Pohnpei is just an hour’s flight from the Marshall Islands, my previous destination. But it feels very different to the other Pacific Islands. It does not feel particularly Polynesian. The influence of Japanese rule from 1914 to 1945 can still be felt via the variety of local languages spoken and the food. Micronesian sushi is one of the country’s main delicacies. Micronesia is also much cleaner than many of the other Pacific Islands. By comparison, residents of Nauru, Kiribati, and the Marshall Islands appear to be more comfortable dropping litter wherever they please.

Nan Madol, Micronesia. My stance here proves the point I made in the last photo.

Nan Madol, Micronesia. My stance here proves the point I made in the last photo.

A Gentle Pace Of Life

That said, the Micronesian pace of life is a touch Polynesian. My guide Augustine was lovely, and very relaxed. As I’ve witnessed in so many countries around the world, this included a baffling dislike of seatbelts. “Why are you doing that? We don’t wear seat belts here,” he chuckled proudly as I clipped myself into his rusty old Suzuki. We passed the crumpled wreckage of a van at the same time as he delivered his sage words of advice. Like so many Micronesians, Augustine moved to America for a few years. Most people here refer to the US as “the mainland”, given that the country has been largely administered by the US since WWII.

A typically colourful scene in Micronesia. And while I have slightly edited the saturation settings in some of these pictures (as we all do when posting pictures online), I needn’t have. The sky is as blue here as anywhere I’ve been.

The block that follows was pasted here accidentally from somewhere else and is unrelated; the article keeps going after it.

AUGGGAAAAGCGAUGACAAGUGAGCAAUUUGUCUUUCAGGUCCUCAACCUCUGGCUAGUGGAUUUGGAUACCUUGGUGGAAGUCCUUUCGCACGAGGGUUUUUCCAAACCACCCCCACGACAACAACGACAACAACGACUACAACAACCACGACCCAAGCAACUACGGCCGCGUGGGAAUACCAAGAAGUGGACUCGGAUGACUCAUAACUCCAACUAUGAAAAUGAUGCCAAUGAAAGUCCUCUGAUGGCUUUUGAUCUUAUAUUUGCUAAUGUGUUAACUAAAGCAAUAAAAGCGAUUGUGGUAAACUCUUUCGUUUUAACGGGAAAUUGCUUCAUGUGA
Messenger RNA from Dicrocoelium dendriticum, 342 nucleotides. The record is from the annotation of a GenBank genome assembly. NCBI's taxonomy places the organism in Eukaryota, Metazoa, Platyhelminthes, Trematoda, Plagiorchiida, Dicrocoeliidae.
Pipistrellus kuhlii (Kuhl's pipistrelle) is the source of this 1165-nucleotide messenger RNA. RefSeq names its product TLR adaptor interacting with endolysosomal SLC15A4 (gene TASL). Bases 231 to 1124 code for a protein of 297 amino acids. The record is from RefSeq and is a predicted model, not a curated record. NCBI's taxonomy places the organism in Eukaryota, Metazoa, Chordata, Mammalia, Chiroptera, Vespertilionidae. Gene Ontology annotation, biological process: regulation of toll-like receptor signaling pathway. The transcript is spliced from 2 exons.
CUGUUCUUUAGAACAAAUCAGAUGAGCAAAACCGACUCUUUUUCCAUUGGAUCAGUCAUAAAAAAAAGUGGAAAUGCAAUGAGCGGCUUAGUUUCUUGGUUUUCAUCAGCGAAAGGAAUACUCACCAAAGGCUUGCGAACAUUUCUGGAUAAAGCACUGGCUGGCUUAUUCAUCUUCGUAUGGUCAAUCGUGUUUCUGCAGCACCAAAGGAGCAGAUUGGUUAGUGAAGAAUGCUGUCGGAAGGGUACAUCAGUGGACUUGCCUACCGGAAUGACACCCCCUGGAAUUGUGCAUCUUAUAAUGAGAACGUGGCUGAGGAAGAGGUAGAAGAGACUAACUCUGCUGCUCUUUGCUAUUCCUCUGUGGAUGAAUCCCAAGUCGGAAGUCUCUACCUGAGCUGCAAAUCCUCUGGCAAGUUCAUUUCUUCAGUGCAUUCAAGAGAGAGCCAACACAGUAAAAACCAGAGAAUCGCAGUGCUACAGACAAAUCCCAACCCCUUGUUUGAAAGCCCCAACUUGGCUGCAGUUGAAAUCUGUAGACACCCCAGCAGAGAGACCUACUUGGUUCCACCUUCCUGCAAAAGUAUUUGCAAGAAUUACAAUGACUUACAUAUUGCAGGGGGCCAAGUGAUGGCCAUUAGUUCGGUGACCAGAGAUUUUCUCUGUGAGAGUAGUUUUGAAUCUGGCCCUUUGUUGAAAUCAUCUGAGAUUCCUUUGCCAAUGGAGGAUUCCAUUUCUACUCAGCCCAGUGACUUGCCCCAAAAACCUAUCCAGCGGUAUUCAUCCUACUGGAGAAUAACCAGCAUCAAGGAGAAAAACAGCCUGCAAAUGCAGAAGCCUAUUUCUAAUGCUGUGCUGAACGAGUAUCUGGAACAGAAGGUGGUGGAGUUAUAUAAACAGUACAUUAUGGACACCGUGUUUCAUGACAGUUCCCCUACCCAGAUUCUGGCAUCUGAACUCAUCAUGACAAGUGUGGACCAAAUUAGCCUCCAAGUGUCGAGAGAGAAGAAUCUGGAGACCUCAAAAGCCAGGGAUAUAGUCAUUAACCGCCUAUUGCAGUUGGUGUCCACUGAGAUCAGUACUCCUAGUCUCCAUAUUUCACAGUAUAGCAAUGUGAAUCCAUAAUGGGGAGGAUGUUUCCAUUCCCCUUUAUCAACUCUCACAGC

A typically colourful scene in Micronesia. And while I have slightly edited the saturation settings in some of these pictures (as we all do when posting pictures online), I needn’t have. The sky is as blue here as anywhere I’ve been.

He didn’t stay more than a few years, disliking the pace of life and how hard Americans worked. Many Micronesians own land on the island, which they use for subsistence farming. They sell any excess produce they have. Augustine said that if you don’t feel like working for a day here, you just don’t work. It’s up to you. He said that the focus of life here in Pohnpei is to relax, enjoy yourself, and spend time with your family.

This in itself must be quite a task. He’s one of 15 siblings and has six children. I questioned how the hell the population here is just 100,000, when the birth rate is so high. But I got my answer quickly. By the age of 48, Augustine had already lost six of his siblings and one of his children. However serene and relaxing life may be over here, the realities of poor healthcare and economic isolation are stark. If you fall seriously ill here, there are few appealing options available.

A paradise island in Micronesia. The irony with any remote ‘paradise’ island is that you would probably die very quickly if stranded on one. With a nice view at least.

A paradise island in Micronesia. The irony with any remote ‘paradise’ island is that you would probably die very quickly if stranded on one. With a nice view at least.

Despite this, Augustine and most Micronesians remain extremely upbeat. Happy with their lot. They don’t yearn for an influx of tourists, worried that it will change their way of life. They’re quite happy for Micronesia to remain a made-up country in the eyes of Westerners.

One of Micronesia’s many pretty waterfalls.

One of Micronesia’s many pretty waterfalls.